Barn Basics: Beware of Bees

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An encounter with bees can be dangerous for you and your horse
Bees can make a hive inside the trunk of a large shade tree. Creating a barrier of foam or wood is only a temporary fix.

Can bees and horses live in harmony? That all depends. The typical honeybee is gentle and when foraging among wildflowers. But if you accidentally disturb a hive they can turn ornery in an instant. Meanwhile, the African strain of honeybees, which have all but infiltrated the southwest of the United States, is consistently aggressive.

Both types of bees can be deadly to horse and human. Some people have an anaphylactic reaction to bee stings which sends them into shock. If you know that you have such an allergy, always carry an Epi pen (a pre-loaded, single use syringe of epinephrine) in your saddle bag and keep another one handy in your tack box. Horses, on the other hand, do not die from a bee sting’s toxin, but rather from the side effects. Multiple stings about a horse’s face—especially its nostrils—will quickly cause the horse to suffocate. That’s why bee stings on a horse’s head or neck is a veterinary emergency.

It’s understandable why horses panic when they encounter a swarm of bees. If your horse is attacked by bees while it’s tied up or confined in a corral, keep in mind that you could be risking your life with a rescue attempt. The horse will be consumed with fleeing and won’t really care if you are blocking the one and only escape route. Shield your face as much as possible and open the gate or unsnap or untie the horse, and run out of the way. If you disturb a swarm or hive while trail riding, gallop away as fast as possible. Do not flail your arms or yell, as that will only agitate the bees further.

These tips are doubly important if you notice a so-called “ball of bees.” When a hive becomes crowded, several thousand bees will leave to establish a new home. When it comes time to rest and cool off, they’ll attach themselves to something like a tree limb, forming one imposing buzzing mass. Never use the hose to squirt them away, even if they’ve hanging out near your wash rack. That’ll only alert the sentinel bees who are patrolling the air space around the swarm. Also, some strong scents, including those found in some fly sprays, have actually been shown to attract or provoke bees. Therefore, it’s probably wise to choose fly sprays that lack an antiseptic or otherwise strong odor when trail riding. The same goes for human sunscreen products. Merely applying scented sunscreen before a riding lesson or trail ride can make you the target of a bee attack.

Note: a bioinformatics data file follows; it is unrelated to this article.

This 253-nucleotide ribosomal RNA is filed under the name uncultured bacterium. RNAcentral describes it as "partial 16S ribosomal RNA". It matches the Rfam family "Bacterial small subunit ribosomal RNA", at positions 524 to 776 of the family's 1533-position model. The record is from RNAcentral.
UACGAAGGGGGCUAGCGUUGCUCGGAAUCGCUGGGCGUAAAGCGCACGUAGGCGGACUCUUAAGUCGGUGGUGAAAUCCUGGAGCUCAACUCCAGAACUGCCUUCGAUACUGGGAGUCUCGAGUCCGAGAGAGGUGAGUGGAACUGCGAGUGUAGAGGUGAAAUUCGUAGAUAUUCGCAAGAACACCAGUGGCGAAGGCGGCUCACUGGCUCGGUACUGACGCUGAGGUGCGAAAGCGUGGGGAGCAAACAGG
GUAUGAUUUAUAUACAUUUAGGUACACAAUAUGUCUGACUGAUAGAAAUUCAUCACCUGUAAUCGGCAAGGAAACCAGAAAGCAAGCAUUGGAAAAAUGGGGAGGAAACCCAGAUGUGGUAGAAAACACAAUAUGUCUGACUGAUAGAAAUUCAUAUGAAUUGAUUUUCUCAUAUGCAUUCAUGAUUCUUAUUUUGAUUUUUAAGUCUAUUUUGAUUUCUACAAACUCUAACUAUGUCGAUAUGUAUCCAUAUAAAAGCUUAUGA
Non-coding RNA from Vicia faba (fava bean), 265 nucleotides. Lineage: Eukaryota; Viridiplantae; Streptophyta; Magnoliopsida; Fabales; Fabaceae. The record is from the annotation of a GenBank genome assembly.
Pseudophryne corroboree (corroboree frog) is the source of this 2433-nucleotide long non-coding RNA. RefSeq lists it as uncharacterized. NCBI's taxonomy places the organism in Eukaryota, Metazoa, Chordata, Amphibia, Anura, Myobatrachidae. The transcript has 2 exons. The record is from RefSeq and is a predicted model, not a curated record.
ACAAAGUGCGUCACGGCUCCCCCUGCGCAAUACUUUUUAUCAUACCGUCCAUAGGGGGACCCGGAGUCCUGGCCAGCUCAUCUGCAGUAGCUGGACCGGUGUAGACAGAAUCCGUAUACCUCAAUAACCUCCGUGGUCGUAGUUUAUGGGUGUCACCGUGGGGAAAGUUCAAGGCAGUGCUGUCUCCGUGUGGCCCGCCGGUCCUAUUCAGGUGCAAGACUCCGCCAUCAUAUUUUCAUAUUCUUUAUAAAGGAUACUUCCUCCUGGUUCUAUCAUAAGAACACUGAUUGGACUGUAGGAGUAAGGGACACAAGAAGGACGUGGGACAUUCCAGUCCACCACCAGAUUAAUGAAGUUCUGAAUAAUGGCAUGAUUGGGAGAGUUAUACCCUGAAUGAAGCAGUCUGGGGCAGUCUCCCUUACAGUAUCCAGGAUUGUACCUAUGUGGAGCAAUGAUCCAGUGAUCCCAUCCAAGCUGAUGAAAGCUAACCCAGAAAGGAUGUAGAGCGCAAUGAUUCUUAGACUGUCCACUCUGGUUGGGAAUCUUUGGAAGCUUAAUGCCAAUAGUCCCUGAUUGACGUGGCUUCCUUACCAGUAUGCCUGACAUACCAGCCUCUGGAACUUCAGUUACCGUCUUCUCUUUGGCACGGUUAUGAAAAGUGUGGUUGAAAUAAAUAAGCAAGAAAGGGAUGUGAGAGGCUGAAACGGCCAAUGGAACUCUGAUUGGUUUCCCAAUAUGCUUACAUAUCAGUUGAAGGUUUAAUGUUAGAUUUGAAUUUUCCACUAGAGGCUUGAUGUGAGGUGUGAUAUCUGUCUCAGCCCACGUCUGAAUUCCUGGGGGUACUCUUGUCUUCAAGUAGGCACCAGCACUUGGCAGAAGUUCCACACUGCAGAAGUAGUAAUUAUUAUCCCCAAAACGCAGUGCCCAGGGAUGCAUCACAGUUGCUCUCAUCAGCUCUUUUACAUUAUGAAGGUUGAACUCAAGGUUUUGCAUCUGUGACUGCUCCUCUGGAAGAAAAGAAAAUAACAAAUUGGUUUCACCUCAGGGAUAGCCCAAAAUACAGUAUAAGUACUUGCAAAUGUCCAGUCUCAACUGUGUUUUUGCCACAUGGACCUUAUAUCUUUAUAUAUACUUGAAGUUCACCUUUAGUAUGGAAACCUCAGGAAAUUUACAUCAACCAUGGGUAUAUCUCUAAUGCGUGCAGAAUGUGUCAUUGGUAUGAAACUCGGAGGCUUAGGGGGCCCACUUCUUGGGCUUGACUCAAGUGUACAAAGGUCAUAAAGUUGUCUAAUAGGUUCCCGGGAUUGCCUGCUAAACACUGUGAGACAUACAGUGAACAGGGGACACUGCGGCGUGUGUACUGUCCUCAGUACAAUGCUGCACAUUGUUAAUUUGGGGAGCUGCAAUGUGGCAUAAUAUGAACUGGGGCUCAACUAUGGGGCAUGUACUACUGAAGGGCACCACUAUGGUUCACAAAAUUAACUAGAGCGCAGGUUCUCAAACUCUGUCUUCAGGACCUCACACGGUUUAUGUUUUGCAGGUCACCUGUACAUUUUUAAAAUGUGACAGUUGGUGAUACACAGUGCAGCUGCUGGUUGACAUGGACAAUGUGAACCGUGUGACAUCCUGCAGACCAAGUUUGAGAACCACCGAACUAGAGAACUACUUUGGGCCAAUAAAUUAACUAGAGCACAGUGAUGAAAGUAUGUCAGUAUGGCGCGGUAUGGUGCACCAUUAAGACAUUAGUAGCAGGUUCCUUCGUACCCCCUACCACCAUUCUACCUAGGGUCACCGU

Become proactive and remove any possible habitats for traveling bee swarms. Look around your barn for overturned mangers or stacks of pallets. A rarely used horse trailer or the loft of a tack room or hay barn can also become a home to bees. Another favored site for a bee hive is the trunk of a large, mature tree. Such trees often have hollow spaces inside the nooks and crannies of the trunk. Tens of thousands of bees can take up residence inside the trunk of an unassuming shade tree and become a bomb of bees just waiting to go off. Finally, be aware that bees need a water source. Water troughs and puddles attract bees. If your horse suddenly stops drinking from the trough in its pasture, investigate the site for bees.

Never attempt to do it yourself when it comes to bee removal. Even placid honeybees are protective of their hive and when provoked will attack you and any nearby horses. Unless you’re well versed in apiary science, you could end up leaving behind honey and honeycomb, which will continue to lure future swarms of bees. And don’t think that creating a barrier of plywood or expandable foam will work for long. Bees are incredibly determined. They’re also small but mighty. Over time, they can even eat through drywall in a house! These are all reasons why it’s best to contact a reputable beekeeper who will either harvest the bee population (plus the honey) or exterminate the bees and thereby remove the hive for safety reasons.

As horse lovers we have a special place in our hearts for all of nature. But when it comes to bees it’s best to beware.

Read more on stinging insects >>

Create an emergency first aid kit >>

12 COMMENTS

  1. I was stung three times this summer around the barn. The bees really liked the fresh hay we got. Thanks for the tips. I don’t want to get stung again!

  2. Thank you for this article. It is good to be careful not to get stung. Some people are allergic too. I have never been stung and hope not to.

  3. One thing to keep in mind is that a ball of bees is not going to attack you. They don’t have a hive to protect and they are quite docile.
    Unfortunately, a friend of mine just lost her life while riding because her horse stepped into a wasps’ nest and panicked. She was thrown and broke her neck. The dangers are very real.

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